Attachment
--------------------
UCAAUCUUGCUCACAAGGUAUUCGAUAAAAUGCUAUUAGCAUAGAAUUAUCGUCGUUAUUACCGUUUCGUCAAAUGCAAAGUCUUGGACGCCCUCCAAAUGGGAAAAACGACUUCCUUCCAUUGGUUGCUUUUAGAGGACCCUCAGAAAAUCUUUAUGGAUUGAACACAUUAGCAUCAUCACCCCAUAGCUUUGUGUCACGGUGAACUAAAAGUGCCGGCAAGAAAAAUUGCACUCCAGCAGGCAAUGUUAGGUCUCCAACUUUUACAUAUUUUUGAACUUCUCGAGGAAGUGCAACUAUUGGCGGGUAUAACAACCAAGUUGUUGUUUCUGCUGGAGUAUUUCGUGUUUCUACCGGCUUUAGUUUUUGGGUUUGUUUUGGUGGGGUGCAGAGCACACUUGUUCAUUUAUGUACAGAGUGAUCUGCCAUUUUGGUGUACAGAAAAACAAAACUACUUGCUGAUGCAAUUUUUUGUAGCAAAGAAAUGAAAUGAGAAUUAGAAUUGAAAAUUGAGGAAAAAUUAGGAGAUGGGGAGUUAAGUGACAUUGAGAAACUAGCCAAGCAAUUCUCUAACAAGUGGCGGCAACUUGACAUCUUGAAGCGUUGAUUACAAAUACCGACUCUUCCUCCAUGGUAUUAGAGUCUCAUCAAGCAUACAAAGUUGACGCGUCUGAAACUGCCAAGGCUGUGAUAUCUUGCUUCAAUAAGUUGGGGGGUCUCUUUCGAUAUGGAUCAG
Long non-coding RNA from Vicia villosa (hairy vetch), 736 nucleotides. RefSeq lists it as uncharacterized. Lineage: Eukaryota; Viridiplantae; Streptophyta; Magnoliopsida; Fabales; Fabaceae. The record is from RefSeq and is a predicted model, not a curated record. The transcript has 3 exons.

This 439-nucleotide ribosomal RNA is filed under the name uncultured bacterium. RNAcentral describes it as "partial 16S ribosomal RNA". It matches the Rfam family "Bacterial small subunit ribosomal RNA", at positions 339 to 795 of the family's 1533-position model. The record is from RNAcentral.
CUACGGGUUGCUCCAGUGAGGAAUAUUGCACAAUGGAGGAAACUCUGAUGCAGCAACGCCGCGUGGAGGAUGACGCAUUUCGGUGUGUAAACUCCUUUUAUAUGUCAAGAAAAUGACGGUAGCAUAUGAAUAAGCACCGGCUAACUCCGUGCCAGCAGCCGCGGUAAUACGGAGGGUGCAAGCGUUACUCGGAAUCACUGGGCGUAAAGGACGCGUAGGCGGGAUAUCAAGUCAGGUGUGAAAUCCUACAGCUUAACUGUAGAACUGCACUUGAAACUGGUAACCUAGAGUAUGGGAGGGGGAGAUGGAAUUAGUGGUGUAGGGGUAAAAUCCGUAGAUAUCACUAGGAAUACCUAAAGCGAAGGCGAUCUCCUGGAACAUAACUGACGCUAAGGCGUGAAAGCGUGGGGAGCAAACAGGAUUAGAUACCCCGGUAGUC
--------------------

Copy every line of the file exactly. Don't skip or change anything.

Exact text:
UCAAUCUUGCUCACAAGGUAUUCGAUAAAAUGCUAUUAGCAUAGAAUUAUCGUCGUUAUUACCGUUUCGUCAAAUGCAAAGUCUUGGACGCCCUCCAAAUGGGAAAAACGACUUCCUUCCAUUGGUUGCUUUUAGAGGACCCUCAGAAAAUCUUUAUGGAUUGAACACAUUAGCAUCAUCACCCCAUAGCUUUGUGUCACGGUGAACUAAAAGUGCCGGCAAGAAAAAUUGCACUCCAGCAGGCAAUGUUAGGUCUCCAACUUUUACAUAUUUUUGAACUUCUCGAGGAAGUGCAACUAUUGGCGGGUAUAACAACCAAGUUGUUGUUUCUGCUGGAGUAUUUCGUGUUUCUACCGGCUUUAGUUUUUGGGUUUGUUUUGGUGGGGUGCAGAGCACACUUGUUCAUUUAUGUACAGAGUGAUCUGCCAUUUUGGUGUACAGAAAAACAAAACUACUUGCUGAUGCAAUUUUUUGUAGCAAAGAAAUGAAAUGAGAAUUAGAAUUGAAAAUUGAGGAAAAAUUAGGAGAUGGGGAGUUAAGUGACAUUGAGAAACUAGCCAAGCAAUUCUCUAACAAGUGGCGGCAACUUGACAUCUUGAAGCGUUGAUUACAAAUACCGACUCUUCCUCCAUGGUAUUAGAGUCUCAUCAAGCAUACAAAGUUGACGCGUCUGAAACUGCCAAGGCUGUGAUAUCUUGCUUCAAUAAGUUGGGGGGUCUCUUUCGAUAUGGAUCAG
Long non-coding RNA from Vicia villosa (hairy vetch), 736 nucleotides. RefSeq lists it as uncharacterized. Lineage: Eukaryota; Viridiplantae; Streptophyta; Magnoliopsida; Fabales; Fabaceae. The record is from RefSeq and is a predicted model, not a curated record. The transcript has 3 exons.

This 439-nucleotide ribosomal RNA is filed under the name uncultured bacterium. RNAcentral describes it as "partial 16S ribosomal RNA". It matches the Rfam family "Bacterial small subunit ribosomal RNA", at positions 339 to 795 of the family's 1533-position model. The record is from RNAcentral.
CUACGGGUUGCUCCAGUGAGGAAUAUUGCACAAUGGAGGAAACUCUGAUGCAGCAACGCCGCGUGGAGGAUGACGCAUUUCGGUGUGUAAACUCCUUUUAUAUGUCAAGAAAAUGACGGUAGCAUAUGAAUAAGCACCGGCUAACUCCGUGCCAGCAGCCGCGGUAAUACGGAGGGUGCAAGCGUUACUCGGAAUCACUGGGCGUAAAGGACGCGUAGGCGGGAUAUCAAGUCAGGUGUGAAAUCCUACAGCUUAACUGUAGAACUGCACUUGAAACUGGUAACCUAGAGUAUGGGAGGGGGAGAUGGAAUUAGUGGUGUAGGGGUAAAAUCCGUAGAUAUCACUAGGAAUACCUAAAGCGAAGGCGAUCUCCUGGAACAUAACUGACGCUAAGGCGUGAAAGCGUGGGGAGCAAACAGGAUUAGAUACCCCGGUAGUC